It’s not often that an action-adventure or fantasy movie is deep enough to provide social commentary on real issues facing us in the real world or what it means to be human; but Ready Player One contains fantastic material for philosophical discussions regarding the current trends and challenges facing present-day society. The subtext of this movie contains material on human values, equitable access to content online, and the dangers of falling victim to only “existing” in a virtual world. Man vs technology, greed vs generosity are ways to look at the story, not to oversimplify the subtext. Because of the present crisis of the ending of net neutrality facing the United States, there is clearly a message that everyone has the right to equitable access to the universe of entertainment and information online. When a greedy capitalist attempts to disrupt that access and determine someone’s access based upon how much someone is willing to pay, we see that the system runs the risk of breaking down and not allowing for the joy that was once ran through the very framework of the virtual world. The film also provides audiences with commentary on the importance of actively participating in the real world to form tangible, physical relationships with others in order to find love and forge friendships. Furthermore, if a society becomes so fixated on avoiding the problems of the real world by transporting to a virtual world, then the problems of the real world grow worse, bigger, and more devastating than if society takes the time and effort to combat that which seeks to destroy our world.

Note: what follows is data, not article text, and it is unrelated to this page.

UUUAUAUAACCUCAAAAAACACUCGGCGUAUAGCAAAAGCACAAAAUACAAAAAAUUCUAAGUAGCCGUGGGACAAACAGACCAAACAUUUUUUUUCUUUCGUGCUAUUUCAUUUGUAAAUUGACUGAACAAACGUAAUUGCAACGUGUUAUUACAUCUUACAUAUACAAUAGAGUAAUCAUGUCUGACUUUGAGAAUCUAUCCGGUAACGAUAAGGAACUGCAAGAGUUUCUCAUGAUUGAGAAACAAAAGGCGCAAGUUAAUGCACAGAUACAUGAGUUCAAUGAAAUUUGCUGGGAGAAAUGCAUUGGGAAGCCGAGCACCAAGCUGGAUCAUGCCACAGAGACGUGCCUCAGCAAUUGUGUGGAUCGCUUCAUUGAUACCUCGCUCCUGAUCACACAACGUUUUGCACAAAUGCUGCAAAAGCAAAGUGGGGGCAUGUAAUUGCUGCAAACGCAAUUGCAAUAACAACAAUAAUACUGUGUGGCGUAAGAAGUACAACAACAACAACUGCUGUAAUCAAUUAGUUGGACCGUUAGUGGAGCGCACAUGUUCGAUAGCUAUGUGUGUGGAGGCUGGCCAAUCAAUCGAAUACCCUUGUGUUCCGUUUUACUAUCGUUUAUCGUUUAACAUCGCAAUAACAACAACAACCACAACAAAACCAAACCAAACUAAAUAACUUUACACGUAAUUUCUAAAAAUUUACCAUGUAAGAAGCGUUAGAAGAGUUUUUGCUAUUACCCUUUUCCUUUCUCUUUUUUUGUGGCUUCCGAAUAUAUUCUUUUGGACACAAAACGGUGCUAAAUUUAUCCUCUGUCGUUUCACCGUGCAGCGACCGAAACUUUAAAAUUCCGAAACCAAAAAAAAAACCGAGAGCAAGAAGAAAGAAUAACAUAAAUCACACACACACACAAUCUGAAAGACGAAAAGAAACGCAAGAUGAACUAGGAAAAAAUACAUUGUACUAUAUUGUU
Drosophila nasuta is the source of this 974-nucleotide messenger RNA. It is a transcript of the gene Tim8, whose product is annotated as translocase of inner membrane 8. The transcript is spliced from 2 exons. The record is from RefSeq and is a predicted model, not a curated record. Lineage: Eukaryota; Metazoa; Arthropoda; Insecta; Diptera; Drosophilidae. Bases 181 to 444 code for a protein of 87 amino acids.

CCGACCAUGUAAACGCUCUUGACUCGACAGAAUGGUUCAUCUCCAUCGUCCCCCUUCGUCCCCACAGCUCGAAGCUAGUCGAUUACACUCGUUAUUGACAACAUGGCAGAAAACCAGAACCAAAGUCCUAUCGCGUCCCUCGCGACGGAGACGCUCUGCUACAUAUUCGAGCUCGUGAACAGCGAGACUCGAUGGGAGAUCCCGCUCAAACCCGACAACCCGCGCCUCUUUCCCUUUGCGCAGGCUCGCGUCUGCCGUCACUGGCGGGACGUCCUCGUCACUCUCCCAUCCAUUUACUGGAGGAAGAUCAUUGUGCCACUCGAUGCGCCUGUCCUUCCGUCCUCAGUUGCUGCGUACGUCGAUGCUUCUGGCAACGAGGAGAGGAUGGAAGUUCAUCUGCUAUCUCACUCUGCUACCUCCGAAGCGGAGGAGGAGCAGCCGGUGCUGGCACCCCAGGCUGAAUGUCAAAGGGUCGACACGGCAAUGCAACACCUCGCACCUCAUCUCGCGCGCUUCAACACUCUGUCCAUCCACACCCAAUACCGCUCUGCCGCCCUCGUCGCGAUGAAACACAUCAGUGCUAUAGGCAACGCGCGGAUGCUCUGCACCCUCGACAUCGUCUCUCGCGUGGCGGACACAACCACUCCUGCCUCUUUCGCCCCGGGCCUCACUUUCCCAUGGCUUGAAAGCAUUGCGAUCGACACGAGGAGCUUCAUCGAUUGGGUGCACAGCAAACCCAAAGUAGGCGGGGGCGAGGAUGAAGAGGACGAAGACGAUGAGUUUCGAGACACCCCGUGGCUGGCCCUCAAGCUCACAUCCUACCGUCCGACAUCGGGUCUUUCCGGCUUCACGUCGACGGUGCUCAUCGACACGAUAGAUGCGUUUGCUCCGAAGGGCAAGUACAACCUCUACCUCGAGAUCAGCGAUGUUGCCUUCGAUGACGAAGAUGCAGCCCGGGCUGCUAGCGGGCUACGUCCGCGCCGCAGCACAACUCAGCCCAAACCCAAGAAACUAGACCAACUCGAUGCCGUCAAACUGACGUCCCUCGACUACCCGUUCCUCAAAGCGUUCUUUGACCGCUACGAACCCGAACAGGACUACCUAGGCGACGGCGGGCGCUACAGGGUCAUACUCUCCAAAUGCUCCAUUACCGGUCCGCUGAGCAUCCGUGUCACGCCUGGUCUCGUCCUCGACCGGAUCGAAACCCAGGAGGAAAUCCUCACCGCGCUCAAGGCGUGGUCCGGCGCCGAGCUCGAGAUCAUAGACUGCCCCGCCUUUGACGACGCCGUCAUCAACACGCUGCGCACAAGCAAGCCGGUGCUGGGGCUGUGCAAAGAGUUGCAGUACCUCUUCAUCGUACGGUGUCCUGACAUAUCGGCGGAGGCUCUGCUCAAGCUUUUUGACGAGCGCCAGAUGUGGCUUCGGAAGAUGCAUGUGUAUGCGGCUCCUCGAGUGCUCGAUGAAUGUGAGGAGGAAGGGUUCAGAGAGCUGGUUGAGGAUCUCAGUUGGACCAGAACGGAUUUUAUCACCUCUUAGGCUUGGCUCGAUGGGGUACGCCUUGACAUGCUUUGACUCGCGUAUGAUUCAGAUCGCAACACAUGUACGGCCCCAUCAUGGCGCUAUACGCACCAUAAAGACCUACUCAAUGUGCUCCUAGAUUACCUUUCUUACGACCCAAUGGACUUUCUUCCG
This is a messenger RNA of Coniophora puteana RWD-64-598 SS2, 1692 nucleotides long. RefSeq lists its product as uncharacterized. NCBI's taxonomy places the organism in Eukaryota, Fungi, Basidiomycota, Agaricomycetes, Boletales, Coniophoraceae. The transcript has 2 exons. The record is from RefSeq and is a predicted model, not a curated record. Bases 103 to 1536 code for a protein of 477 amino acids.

Such an excellent movie! If you are a fan of the Black Mirror series on Netflix for its Twilight Zone approach to tackling tough subject matter involving the degree to which technology permeates our lives, then you’ll enjoy Ready Player One. I find that many elements of this movie feel like the San Junipero episode, and the successful show at large, because of the terrifying visions of the near future distorted by the abuse of technology. Thoroughly enjoyed every moment on the more than two-hour runtime. I was initially afraid that the movie would feel too much like a video game, but that is not the case. The design is such that the virtual world and real world feel just as tangible. Being that I am not a gamer, I don’t want to attend the cinema and feel that I am watching cut scenes from a video game, so this was handed extremely well. You’ll easily find characters that you can identify with and root for, and the opposition forces are well-developed too.